In particular, the Antipas team is using their experiment to search for a class of dark matter known as ultralight dark matter. At its heaviest, an ultralight dark matter particle is still about a trillion times lighter than an electron. According to quantum mechanics, all matter has both particle-like and wave-like qualities, with larger objects typically having more particle-like qualities and smaller objects more wave-like qualities. “When people talk about ultralight dark matter, what they mean is that dark matter is more like a wave,” says physicist Kathryn Zurek of the California Institute of Technology, who was not involved in the experiment.
Like all other dark matter experiments to date, Antipas’ search has turned up nothing. However, its absence of discovery helps to constrain the properties of dark matter, as the experiment shows what dark matter is not. In addition, the team’s approach is distinctive compared to the best-known dark matter experiments, which search for particles known as WIMPs (that is, weakly interacting massive particles). These experiments often involve collaborations of 100 or more scientists, and the detectors have spectacular engineering requirements. For example, the LZ detector in South Dakota contains 7 tons of liquid xenon, a rare element found in the atmosphere at less than 1 part in 10 million. To protect the detectors from unwanted radiation, physicists place them in laboratories deep inside mountains or underground in old mines.
Instead, the entire Antypas experiment fits into one table and his collaboration consisted of 11 scientists. The search for dark matter was actually a side project for his lab. They typically use the equipment to study the weak nuclear force in atoms, which is responsible for radioactive decay. “This was a quick and interesting thing for us,” says Antypas. “We use these methods for other applications.” Compared to WIMP detectors, benchtop experiments are simple and cost-effective, Gehrlein says.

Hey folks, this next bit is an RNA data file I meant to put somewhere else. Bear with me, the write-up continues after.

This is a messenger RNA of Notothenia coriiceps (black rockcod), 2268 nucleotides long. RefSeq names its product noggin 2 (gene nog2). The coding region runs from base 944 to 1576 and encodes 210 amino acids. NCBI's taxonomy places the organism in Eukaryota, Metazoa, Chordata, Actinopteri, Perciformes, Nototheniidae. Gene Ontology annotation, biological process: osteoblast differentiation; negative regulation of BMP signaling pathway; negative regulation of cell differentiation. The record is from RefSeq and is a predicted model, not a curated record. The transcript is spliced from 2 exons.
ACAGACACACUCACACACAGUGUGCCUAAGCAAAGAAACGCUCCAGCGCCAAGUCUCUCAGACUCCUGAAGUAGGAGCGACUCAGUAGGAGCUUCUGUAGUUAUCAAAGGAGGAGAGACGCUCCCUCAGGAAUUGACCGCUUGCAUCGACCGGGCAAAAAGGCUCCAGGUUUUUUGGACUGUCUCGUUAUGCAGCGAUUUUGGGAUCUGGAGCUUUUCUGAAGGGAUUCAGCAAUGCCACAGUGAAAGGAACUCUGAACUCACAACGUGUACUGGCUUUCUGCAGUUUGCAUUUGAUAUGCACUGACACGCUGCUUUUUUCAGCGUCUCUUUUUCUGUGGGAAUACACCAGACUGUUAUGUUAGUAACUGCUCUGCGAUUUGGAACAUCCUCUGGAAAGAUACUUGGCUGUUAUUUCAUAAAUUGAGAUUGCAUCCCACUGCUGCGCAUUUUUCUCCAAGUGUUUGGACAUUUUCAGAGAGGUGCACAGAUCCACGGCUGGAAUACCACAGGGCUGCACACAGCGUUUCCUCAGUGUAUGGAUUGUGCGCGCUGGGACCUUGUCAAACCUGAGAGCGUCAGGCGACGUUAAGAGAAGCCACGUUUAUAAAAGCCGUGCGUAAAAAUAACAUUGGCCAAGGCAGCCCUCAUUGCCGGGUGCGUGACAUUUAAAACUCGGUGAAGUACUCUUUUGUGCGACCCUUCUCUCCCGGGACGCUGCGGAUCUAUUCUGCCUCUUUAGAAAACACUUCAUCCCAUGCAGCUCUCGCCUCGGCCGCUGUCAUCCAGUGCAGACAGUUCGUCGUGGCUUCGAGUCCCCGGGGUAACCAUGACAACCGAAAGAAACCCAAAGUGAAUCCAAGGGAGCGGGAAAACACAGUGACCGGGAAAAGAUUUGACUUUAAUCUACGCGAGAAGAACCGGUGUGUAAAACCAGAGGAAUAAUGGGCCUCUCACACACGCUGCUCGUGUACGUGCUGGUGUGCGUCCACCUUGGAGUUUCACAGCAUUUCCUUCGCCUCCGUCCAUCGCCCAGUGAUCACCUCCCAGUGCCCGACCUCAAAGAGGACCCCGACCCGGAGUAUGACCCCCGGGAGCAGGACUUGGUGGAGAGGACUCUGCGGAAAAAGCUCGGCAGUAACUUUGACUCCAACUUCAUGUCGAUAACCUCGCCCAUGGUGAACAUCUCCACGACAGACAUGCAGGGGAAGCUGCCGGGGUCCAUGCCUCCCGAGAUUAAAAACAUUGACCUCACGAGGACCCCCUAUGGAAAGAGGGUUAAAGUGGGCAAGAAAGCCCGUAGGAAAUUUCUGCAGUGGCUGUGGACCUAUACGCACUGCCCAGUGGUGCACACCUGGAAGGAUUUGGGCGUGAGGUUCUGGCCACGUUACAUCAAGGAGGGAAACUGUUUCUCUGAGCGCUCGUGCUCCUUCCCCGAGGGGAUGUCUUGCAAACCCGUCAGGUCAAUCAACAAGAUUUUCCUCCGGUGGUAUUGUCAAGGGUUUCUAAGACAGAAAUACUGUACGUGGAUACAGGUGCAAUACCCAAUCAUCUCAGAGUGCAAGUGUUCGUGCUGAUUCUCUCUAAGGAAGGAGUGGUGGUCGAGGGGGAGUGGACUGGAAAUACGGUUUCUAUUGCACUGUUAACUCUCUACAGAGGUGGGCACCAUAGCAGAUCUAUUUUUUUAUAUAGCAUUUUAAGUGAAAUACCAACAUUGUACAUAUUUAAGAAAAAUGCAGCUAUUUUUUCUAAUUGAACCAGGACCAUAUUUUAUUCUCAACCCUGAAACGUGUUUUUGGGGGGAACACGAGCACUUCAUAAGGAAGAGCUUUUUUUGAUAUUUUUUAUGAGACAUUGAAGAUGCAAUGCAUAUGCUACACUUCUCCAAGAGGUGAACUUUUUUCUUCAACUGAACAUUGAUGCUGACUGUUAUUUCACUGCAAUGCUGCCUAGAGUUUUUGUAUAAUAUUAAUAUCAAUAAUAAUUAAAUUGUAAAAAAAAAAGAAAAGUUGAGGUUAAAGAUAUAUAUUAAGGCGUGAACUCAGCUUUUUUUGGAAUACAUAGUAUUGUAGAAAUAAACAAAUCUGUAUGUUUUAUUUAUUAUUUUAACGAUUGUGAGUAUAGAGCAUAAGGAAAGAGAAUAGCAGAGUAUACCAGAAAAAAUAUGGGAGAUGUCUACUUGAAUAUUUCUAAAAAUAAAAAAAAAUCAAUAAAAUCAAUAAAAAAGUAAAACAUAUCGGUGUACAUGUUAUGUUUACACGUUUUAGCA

Over the past decade or so, these benchtop approaches have become increasingly popular for dark matter searches, Zurek says. Physicists, who first developed super-precise tools and lasers to study and control individual atoms and molecules, looked for more ways to use their new machines. “More people moved into the field, not as their primary discipline, but as a way to find creative new applications for their measurements,” Zurek says. “They can reuse their experiments to search for dark matter.”
In one notable example, physicists reformed atomic clocks to search for dark matter instead of keeping time. These precise machines, which do not lose or gain a second for millions of years, are based on the energy levels of atoms, which are determined from the interactions between their nuclei and electrons that depend on fundamental constants . Similar to the Antipas experiment, these researchers searched for dark matter by precisely measuring the energy levels of atoms, to look for changes in the values of the fundamental constants. (None found.)
But these relatively minimalist experiments will not replace more conventional dark matter experiments, as the two types are sensitive to different hypothetical types (and masses) of dark matter. Theorists have hypothesized a variety of dark matter particles whose masses range by more than 75 orders of magnitude, Gehrlein says. At the very least, the particles could be more than a quadrillion times lighter than even the ultralight dark matter that Antipas is looking for. The heaviest dark matter candidates are actually astrophysical objects as large as black holes.
Unfortunately for physicists, their experiments have offered no clues that make one range of masses more likely than others. “That tells us to look everywhere,” says Gehrlein. With so few clues, dark matter hunters need all the reinforcements they can get.